Dana Self is Curator of The Kemper Museum of Contemporary Art & Design. The content of this essay has been shaped in part by readings of Rive Hickeys work, including, but nor limited to, The Invisible Dragon: Four Essays on Beauty, 1993.


  1. Dave Hickey, The Invisible Dragon: Four Essays on Beauty (Los Angeles, CA: Art issues Press, 1993) p. 20.
  2. Svetlana Alpers, "The Museum as a Way of Seeing." 25-32 in Exhibiting Cultures: The Poetics and Politics of Museum Display, editors Ivan Karp and Steven D. Levine (Washington, D.C.: Smithsonian Institution Press,1991) p.26.
  3. Alpers, p.26.
  4. Barbara Maria Stafford, Good Looking: Essays on the Virtues of Images Cambridge, MA: The MIT Press, 1996) p. 192.
  5. Guy Debord. "The Society of the Spectacle" (Detroit, MI: Black and Red, 1970) p. 29, in Susan Stewart, On Longing: Narratives of the Miniature, the Gigantic, the Souvenir, the Collection (Durham, NC: Duke University Press, 1993) p.84.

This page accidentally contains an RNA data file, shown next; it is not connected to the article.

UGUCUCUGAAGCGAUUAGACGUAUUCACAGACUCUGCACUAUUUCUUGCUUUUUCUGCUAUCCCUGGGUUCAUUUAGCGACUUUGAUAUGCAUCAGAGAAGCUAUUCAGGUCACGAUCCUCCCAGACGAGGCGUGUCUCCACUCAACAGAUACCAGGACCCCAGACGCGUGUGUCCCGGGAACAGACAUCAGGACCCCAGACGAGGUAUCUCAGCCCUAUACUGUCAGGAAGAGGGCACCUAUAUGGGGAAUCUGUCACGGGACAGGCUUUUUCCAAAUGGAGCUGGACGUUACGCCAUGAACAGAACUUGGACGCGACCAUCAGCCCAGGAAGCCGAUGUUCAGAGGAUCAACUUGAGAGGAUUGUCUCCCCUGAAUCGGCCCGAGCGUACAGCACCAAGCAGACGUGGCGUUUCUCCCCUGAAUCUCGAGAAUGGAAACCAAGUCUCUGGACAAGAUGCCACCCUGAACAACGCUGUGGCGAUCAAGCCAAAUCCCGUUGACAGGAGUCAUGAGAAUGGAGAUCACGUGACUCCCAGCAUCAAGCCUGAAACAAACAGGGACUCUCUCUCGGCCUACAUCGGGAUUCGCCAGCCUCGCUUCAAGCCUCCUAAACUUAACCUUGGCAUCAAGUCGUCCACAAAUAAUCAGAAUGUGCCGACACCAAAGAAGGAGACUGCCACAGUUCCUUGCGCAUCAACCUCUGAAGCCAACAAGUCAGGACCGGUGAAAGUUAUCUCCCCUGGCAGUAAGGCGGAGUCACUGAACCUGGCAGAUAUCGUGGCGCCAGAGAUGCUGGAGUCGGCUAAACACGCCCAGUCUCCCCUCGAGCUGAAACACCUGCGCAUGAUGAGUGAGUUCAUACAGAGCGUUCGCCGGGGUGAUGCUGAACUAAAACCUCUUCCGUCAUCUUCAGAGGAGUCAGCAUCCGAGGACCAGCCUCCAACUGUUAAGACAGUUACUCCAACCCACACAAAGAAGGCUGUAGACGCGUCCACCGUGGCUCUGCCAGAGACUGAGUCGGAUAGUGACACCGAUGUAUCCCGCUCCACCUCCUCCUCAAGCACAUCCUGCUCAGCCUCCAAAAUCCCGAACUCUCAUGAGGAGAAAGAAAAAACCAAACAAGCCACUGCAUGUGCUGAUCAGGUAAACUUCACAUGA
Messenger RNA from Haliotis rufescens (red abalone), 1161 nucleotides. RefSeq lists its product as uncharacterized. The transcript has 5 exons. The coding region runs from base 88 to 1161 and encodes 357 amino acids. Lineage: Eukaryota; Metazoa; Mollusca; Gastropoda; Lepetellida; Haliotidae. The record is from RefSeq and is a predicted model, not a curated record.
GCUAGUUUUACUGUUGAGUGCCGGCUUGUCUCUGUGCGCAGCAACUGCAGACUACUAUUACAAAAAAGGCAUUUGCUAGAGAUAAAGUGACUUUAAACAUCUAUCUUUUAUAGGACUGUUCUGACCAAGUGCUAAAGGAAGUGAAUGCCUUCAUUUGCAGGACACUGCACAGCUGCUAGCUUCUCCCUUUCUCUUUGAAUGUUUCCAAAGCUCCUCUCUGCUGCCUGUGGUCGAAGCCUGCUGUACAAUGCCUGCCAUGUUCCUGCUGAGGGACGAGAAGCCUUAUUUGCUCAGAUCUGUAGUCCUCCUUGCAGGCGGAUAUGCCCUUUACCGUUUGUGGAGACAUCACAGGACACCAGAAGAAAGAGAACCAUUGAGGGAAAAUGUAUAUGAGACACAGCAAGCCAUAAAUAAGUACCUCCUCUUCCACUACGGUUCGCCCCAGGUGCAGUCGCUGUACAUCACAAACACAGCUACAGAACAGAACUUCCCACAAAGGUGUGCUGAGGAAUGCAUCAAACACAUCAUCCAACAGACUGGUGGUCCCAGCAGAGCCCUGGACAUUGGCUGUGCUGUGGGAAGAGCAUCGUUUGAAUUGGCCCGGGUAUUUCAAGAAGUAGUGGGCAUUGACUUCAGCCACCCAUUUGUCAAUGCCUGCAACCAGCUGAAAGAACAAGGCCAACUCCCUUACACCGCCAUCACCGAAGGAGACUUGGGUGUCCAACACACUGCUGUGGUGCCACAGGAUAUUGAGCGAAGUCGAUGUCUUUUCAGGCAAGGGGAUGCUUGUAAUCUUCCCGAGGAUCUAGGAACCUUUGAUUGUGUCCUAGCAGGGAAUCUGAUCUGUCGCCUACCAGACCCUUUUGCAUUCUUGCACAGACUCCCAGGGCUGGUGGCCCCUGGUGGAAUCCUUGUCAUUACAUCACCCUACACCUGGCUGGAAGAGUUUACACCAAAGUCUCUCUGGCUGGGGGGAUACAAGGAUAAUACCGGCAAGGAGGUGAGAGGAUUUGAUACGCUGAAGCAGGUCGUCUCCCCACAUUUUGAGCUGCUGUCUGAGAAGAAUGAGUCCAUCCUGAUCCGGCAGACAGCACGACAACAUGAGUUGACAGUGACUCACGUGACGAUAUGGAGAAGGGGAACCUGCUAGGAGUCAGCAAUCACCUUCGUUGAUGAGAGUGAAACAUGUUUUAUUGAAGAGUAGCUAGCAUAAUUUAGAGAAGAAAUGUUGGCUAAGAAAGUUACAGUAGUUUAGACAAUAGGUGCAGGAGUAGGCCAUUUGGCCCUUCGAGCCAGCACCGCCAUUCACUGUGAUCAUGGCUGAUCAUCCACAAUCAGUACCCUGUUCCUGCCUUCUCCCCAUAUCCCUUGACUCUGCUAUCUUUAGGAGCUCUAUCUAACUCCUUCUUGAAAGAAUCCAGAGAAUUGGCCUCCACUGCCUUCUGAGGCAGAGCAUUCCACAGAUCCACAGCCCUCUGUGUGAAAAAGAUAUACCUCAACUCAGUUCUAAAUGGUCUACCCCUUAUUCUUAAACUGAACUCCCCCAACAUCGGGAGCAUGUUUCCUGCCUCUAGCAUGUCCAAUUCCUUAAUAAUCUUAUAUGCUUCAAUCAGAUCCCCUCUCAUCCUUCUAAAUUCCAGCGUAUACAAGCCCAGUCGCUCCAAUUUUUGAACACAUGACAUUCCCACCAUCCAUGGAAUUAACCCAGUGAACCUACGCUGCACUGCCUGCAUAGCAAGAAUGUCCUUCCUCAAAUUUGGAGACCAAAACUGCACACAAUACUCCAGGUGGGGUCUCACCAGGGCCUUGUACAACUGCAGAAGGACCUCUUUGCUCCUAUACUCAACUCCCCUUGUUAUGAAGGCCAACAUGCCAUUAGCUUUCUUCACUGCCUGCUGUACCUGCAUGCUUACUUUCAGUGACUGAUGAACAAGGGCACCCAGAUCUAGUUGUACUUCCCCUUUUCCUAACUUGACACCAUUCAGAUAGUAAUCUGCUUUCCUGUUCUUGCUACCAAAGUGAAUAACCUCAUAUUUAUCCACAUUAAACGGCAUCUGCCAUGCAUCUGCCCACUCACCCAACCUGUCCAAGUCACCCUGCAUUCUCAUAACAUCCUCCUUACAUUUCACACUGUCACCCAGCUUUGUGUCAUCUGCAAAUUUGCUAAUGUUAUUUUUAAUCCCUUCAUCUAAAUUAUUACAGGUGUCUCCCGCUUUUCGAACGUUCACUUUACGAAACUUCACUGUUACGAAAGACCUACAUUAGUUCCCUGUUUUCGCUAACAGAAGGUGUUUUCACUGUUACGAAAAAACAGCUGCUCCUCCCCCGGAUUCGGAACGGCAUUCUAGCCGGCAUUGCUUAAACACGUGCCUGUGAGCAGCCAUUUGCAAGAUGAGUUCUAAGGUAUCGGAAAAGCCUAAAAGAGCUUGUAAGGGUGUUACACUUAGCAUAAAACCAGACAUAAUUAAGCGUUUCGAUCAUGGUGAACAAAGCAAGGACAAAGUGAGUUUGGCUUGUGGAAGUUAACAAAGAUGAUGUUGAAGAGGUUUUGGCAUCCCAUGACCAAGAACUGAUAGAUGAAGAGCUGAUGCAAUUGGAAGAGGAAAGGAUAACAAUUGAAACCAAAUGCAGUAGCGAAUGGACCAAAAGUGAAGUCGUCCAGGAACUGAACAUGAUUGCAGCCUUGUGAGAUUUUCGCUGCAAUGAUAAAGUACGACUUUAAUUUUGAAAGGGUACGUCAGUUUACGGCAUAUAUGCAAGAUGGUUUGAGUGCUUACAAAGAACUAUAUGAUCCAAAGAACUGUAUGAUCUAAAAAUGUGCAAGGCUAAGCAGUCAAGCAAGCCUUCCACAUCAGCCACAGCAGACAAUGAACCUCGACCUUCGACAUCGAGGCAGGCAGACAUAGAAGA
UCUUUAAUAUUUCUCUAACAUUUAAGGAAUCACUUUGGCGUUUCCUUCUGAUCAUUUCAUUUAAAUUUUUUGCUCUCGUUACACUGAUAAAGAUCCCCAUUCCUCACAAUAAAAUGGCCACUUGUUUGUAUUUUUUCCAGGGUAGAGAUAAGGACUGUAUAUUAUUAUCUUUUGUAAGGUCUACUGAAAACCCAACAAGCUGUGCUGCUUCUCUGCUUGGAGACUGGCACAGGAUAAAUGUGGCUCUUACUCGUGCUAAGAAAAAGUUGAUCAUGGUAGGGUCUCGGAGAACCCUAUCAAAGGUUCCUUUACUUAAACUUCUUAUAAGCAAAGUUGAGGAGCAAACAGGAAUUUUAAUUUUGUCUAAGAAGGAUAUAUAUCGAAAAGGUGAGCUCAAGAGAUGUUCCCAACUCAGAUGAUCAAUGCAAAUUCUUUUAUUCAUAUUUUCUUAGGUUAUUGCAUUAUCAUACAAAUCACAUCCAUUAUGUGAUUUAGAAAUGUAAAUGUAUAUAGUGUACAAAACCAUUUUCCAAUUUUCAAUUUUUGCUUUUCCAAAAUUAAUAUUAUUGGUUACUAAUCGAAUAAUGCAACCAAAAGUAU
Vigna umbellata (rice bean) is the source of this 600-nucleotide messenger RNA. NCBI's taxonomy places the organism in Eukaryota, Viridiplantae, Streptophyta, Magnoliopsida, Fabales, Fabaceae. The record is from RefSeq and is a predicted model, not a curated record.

6. Shawn Waggoner, "Chihuly Over Venice," 38-43. Glass Art, May-June 1996, Volume 11, Number 4, p.40.
  7. Ruth Lorand, "Beauty and Its Opposites," 399-405, The Journal of Aesthetics and Art Criticism, 52:4, Fall 1994, p. 403.
  8. Hal Foster, "The Art of Fetishism," 6-19 in Fetish, The Princeton Architectural Journal, Volume 4, editors Sarah Whiting, Edward Mitchell, Greg Lynn (New York, NY: Princeton Architectural Press, 1992") p. 6.
  9. Mark Wigley, "Theoretical Slippage," 88-129 in Fetish, The Princeton Architectural Journal, Volume 4, editors Sarah Whiting, Edward Mitchell, Greg Lynn (New York, NY: Princeton Architectural Press, 1992") p. 101.
  10. Massimo Carboni, "Infinite Ornament," 106-111, Artforum, September 1991 p.110.
  11. Stephen Greenblatt, "Resonance and Wonder," 42-56 in Exhibiting Cultures: The Poetics and Politics of Museum Display, editors Ivan Karp and Steven D. Levine (Washington, D.C.: Smithsonian Institution Press,1991) p.53.
  12. Greenblatt, p.49.

Published in Chihuly Over Venice, Portland Press, 1996.